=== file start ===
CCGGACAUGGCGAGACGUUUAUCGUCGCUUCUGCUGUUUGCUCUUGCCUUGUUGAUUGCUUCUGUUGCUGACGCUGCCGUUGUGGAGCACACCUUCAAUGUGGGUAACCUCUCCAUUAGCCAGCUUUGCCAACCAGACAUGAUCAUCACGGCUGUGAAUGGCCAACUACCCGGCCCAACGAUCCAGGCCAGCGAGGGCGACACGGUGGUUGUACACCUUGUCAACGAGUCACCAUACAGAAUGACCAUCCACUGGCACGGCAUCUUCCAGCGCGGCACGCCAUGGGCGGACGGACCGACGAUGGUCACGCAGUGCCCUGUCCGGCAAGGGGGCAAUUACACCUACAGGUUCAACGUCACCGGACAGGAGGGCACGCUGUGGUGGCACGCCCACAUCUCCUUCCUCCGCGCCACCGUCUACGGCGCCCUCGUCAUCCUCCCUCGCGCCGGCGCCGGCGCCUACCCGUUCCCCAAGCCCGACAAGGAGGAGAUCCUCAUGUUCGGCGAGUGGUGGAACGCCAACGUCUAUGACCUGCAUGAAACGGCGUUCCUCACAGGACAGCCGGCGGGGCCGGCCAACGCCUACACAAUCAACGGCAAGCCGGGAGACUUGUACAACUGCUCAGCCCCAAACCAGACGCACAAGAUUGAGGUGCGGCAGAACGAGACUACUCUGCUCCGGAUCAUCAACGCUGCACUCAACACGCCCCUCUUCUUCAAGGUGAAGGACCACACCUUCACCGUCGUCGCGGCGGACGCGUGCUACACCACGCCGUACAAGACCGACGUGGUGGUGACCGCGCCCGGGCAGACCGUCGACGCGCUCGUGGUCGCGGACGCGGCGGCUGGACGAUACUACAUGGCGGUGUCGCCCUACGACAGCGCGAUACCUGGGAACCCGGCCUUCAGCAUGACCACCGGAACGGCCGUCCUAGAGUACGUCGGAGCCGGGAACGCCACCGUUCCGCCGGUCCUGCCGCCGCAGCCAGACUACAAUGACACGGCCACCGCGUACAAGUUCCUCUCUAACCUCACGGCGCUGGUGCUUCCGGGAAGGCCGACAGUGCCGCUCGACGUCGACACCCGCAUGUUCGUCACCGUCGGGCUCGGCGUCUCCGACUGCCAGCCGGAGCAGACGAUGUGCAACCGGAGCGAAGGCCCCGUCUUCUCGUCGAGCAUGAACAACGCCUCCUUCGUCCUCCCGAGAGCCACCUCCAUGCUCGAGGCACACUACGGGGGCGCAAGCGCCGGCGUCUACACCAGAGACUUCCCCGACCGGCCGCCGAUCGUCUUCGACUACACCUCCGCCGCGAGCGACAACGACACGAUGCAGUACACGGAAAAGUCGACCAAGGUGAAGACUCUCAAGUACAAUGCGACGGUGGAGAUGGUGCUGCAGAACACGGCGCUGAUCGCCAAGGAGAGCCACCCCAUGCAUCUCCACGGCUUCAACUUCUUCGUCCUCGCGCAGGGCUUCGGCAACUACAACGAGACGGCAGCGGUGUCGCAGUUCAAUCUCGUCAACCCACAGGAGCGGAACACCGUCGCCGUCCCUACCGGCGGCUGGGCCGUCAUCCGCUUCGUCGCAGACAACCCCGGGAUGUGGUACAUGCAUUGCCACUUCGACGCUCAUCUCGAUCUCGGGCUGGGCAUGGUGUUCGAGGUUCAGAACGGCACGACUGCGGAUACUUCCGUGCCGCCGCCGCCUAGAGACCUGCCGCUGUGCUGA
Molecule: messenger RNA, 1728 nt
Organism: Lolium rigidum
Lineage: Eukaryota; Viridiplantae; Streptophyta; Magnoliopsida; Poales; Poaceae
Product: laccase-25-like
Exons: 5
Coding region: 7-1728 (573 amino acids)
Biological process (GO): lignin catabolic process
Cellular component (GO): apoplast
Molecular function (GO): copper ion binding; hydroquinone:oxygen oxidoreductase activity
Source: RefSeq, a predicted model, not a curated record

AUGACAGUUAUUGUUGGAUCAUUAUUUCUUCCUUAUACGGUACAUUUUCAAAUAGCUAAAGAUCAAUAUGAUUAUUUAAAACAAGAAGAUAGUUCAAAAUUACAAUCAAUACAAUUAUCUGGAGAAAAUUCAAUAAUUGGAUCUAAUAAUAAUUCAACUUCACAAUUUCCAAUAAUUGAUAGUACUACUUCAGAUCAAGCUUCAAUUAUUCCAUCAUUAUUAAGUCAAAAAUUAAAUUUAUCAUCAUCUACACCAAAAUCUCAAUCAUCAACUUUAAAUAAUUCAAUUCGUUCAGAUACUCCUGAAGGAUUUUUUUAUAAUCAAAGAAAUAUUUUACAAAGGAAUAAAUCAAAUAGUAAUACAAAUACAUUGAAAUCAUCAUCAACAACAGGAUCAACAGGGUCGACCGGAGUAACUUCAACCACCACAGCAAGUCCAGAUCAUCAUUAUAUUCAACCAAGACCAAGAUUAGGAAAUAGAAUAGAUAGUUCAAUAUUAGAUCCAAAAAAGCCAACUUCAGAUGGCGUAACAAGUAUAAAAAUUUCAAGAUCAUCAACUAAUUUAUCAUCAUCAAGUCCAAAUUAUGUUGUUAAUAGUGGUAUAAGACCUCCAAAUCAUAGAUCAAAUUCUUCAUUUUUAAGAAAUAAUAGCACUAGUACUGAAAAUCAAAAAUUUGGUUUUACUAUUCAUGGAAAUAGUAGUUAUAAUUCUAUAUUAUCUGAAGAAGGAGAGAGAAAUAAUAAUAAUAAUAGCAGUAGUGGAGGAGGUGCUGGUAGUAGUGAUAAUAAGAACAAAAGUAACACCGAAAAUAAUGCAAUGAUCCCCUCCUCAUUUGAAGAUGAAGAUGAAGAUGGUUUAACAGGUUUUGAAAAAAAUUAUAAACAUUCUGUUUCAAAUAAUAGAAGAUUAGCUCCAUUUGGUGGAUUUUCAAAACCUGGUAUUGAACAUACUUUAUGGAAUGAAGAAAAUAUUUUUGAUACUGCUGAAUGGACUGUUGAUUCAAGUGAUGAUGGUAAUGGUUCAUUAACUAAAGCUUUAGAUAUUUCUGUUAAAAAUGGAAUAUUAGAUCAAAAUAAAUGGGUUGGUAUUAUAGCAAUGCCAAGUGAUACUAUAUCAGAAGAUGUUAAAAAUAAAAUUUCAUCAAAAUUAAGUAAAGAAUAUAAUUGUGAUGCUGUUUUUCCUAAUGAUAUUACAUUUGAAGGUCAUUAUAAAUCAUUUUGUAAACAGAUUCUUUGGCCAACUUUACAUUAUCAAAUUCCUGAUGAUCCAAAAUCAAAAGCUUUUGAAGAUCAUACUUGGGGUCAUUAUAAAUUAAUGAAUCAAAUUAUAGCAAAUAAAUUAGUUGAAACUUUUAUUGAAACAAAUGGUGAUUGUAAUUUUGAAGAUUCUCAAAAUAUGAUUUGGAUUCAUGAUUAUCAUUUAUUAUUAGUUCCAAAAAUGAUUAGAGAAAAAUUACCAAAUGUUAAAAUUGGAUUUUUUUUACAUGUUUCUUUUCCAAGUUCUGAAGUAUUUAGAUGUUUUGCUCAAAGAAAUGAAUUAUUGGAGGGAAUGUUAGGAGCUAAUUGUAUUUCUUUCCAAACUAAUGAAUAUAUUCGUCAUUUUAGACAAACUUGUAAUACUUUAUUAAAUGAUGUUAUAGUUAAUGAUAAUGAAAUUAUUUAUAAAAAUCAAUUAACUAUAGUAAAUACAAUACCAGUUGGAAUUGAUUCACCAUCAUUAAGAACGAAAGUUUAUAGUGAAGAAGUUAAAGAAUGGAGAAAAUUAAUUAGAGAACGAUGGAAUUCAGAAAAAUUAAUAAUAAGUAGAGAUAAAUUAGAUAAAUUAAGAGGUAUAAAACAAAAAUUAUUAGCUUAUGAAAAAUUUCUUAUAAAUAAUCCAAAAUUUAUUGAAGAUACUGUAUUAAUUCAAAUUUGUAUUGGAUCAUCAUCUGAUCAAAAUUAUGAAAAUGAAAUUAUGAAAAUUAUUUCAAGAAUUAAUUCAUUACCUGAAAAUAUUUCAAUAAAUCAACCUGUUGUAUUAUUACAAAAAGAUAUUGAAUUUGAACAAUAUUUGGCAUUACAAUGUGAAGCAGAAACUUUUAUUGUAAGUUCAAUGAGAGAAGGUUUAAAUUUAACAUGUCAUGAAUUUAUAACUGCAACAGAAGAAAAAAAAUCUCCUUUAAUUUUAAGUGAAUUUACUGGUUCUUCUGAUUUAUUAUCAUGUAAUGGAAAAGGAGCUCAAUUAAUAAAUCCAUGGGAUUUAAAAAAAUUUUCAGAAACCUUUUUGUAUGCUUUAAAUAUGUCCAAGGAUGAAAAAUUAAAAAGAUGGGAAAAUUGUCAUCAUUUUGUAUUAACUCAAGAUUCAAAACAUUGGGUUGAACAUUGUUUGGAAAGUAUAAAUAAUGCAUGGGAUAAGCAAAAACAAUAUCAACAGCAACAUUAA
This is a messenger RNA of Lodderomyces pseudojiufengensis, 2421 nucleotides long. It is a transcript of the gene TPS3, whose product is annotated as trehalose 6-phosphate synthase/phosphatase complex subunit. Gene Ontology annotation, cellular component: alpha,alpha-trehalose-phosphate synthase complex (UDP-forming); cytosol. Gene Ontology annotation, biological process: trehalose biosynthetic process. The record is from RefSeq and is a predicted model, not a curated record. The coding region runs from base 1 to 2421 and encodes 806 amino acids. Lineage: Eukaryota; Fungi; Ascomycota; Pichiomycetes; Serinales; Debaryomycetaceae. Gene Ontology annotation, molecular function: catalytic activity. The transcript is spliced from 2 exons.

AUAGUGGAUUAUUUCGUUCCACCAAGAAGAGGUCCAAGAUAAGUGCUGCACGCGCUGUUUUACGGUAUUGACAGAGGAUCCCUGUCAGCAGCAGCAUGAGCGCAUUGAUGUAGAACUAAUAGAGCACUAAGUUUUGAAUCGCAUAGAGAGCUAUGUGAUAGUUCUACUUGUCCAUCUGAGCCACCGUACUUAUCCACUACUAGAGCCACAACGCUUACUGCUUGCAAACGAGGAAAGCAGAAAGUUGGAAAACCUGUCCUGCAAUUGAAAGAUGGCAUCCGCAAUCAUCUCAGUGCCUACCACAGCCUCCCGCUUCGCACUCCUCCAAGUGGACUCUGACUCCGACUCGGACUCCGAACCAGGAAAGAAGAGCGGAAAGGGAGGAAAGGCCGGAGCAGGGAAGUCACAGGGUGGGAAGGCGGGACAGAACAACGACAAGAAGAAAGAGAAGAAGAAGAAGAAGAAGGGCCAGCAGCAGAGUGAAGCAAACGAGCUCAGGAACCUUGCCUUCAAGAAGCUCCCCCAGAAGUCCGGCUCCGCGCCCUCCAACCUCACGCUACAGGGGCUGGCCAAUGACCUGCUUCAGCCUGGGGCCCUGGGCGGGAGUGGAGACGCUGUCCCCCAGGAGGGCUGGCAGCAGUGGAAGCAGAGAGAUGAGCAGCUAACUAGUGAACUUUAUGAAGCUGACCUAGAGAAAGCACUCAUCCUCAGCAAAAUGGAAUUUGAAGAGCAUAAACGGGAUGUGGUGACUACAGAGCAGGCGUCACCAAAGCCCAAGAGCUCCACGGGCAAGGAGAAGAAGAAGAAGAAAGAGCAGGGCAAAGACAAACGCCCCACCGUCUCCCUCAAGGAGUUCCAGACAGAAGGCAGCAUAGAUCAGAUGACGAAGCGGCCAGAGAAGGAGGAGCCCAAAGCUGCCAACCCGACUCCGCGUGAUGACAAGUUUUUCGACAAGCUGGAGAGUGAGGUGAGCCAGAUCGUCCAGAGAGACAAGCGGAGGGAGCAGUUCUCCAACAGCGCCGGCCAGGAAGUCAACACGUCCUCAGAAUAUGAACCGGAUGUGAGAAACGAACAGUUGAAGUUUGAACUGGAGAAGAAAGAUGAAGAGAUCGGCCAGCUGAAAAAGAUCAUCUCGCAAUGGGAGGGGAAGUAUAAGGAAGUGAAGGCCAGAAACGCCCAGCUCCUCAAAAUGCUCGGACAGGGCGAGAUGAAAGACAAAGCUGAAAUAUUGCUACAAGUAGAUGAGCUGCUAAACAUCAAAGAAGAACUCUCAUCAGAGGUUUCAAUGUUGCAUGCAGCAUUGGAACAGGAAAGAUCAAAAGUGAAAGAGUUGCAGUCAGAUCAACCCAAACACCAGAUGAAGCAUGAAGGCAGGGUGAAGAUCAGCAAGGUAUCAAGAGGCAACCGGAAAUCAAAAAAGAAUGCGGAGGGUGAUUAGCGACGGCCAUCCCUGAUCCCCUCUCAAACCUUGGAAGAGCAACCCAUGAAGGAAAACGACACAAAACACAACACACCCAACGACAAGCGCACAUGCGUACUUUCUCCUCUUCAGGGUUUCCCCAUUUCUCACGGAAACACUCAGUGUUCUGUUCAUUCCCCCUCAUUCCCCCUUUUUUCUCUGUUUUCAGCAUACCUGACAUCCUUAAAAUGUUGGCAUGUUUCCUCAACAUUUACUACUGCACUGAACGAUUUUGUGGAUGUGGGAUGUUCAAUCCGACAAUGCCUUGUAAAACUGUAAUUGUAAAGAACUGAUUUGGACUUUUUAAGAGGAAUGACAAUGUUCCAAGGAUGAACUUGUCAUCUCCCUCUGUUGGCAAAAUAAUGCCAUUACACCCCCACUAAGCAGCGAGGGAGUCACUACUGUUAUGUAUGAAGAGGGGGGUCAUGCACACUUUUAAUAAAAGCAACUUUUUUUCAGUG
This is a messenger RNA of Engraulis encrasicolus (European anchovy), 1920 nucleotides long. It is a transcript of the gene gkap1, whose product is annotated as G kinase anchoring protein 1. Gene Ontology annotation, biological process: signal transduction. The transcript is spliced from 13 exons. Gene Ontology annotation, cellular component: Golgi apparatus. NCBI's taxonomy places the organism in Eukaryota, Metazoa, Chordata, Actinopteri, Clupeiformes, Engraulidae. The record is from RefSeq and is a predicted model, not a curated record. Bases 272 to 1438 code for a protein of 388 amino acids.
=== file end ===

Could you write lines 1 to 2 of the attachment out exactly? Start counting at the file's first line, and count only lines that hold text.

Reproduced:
CCGGACAUGGCGAGACGUUUAUCGUCGCUUCUGCUGUUUGCUCUUGCCUUGUUGAUUGCUUCUGUUGCUGACGCUGCCGUUGUGGAGCACACCUUCAAUGUGGGUAACCUCUCCAUUAGCCAGCUUUGCCAACCAGACAUGAUCAUCACGGCUGUGAAUGGCCAACUACCCGGCCCAACGAUCCAGGCCAGCGAGGGCGACACGGUGGUUGUACACCUUGUCAACGAGUCACCAUACAGAAUGACCAUCCACUGGCACGGCAUCUUCCAGCGCGGCACGCCAUGGGCGGACGGACCGACGAUGGUCACGCAGUGCCCUGUCCGGCAAGGGGGCAAUUACACCUACAGGUUCAACGUCACCGGACAGGAGGGCACGCUGUGGUGGCACGCCCACAUCUCCUUCCUCCGCGCCACCGUCUACGGCGCCCUCGUCAUCCUCCCUCGCGCCGGCGCCGGCGCCUACCCGUUCCCCAAGCCCGACAAGGAGGAGAUCCUCAUGUUCGGCGAGUGGUGGAACGCCAACGUCUAUGACCUGCAUGAAACGGCGUUCCUCACAGGACAGCCGGCGGGGCCGGCCAACGCCUACACAAUCAACGGCAAGCCGGGAGACUUGUACAACUGCUCAGCCCCAAACCAGACGCACAAGAUUGAGGUGCGGCAGAACGAGACUACUCUGCUCCGGAUCAUCAACGCUGCACUCAACACGCCCCUCUUCUUCAAGGUGAAGGACCACACCUUCACCGUCGUCGCGGCGGACGCGUGCUACACCACGCCGUACAAGACCGACGUGGUGGUGACCGCGCCCGGGCAGACCGUCGACGCGCUCGUGGUCGCGGACGCGGCGGCUGGACGAUACUACAUGGCGGUGUCGCCCUACGACAGCGCGAUACCUGGGAACCCGGCCUUCAGCAUGACCACCGGAACGGCCGUCCUAGAGUACGUCGGAGCCGGGAACGCCACCGUUCCGCCGGUCCUGCCGCCGCAGCCAGACUACAAUGACACGGCCACCGCGUACAAGUUCCUCUCUAACCUCACGGCGCUGGUGCUUCCGGGAAGGCCGACAGUGCCGCUCGACGUCGACACCCGCAUGUUCGUCACCGUCGGGCUCGGCGUCUCCGACUGCCAGCCGGAGCAGACGAUGUGCAACCGGAGCGAAGGCCCCGUCUUCUCGUCGAGCAUGAACAACGCCUCCUUCGUCCUCCCGAGAGCCACCUCCAUGCUCGAGGCACACUACGGGGGCGCAAGCGCCGGCGUCUACACCAGAGACUUCCCCGACCGGCCGCCGAUCGUCUUCGACUACACCUCCGCCGCGAGCGACAACGACACGAUGCAGUACACGGAAAAGUCGACCAAGGUGAAGACUCUCAAGUACAAUGCGACGGUGGAGAUGGUGCUGCAGAACACGGCGCUGAUCGCCAAGGAGAGCCACCCCAUGCAUCUCCACGGCUUCAACUUCUUCGUCCUCGCGCAGGGCUUCGGCAACUACAACGAGACGGCAGCGGUGUCGCAGUUCAAUCUCGUCAACCCACAGGAGCGGAACACCGUCGCCGUCCCUACCGGCGGCUGGGCCGUCAUCCGCUUCGUCGCAGACAACCCCGGGAUGUGGUACAUGCAUUGCCACUUCGACGCUCAUCUCGAUCUCGGGCUGGGCAUGGUGUUCGAGGUUCAGAACGGCACGACUGCGGAUACUUCCGUGCCGCCGCCGCCUAGAGACCUGCCGCUGUGCUGA
Molecule: messenger RNA, 1728 nt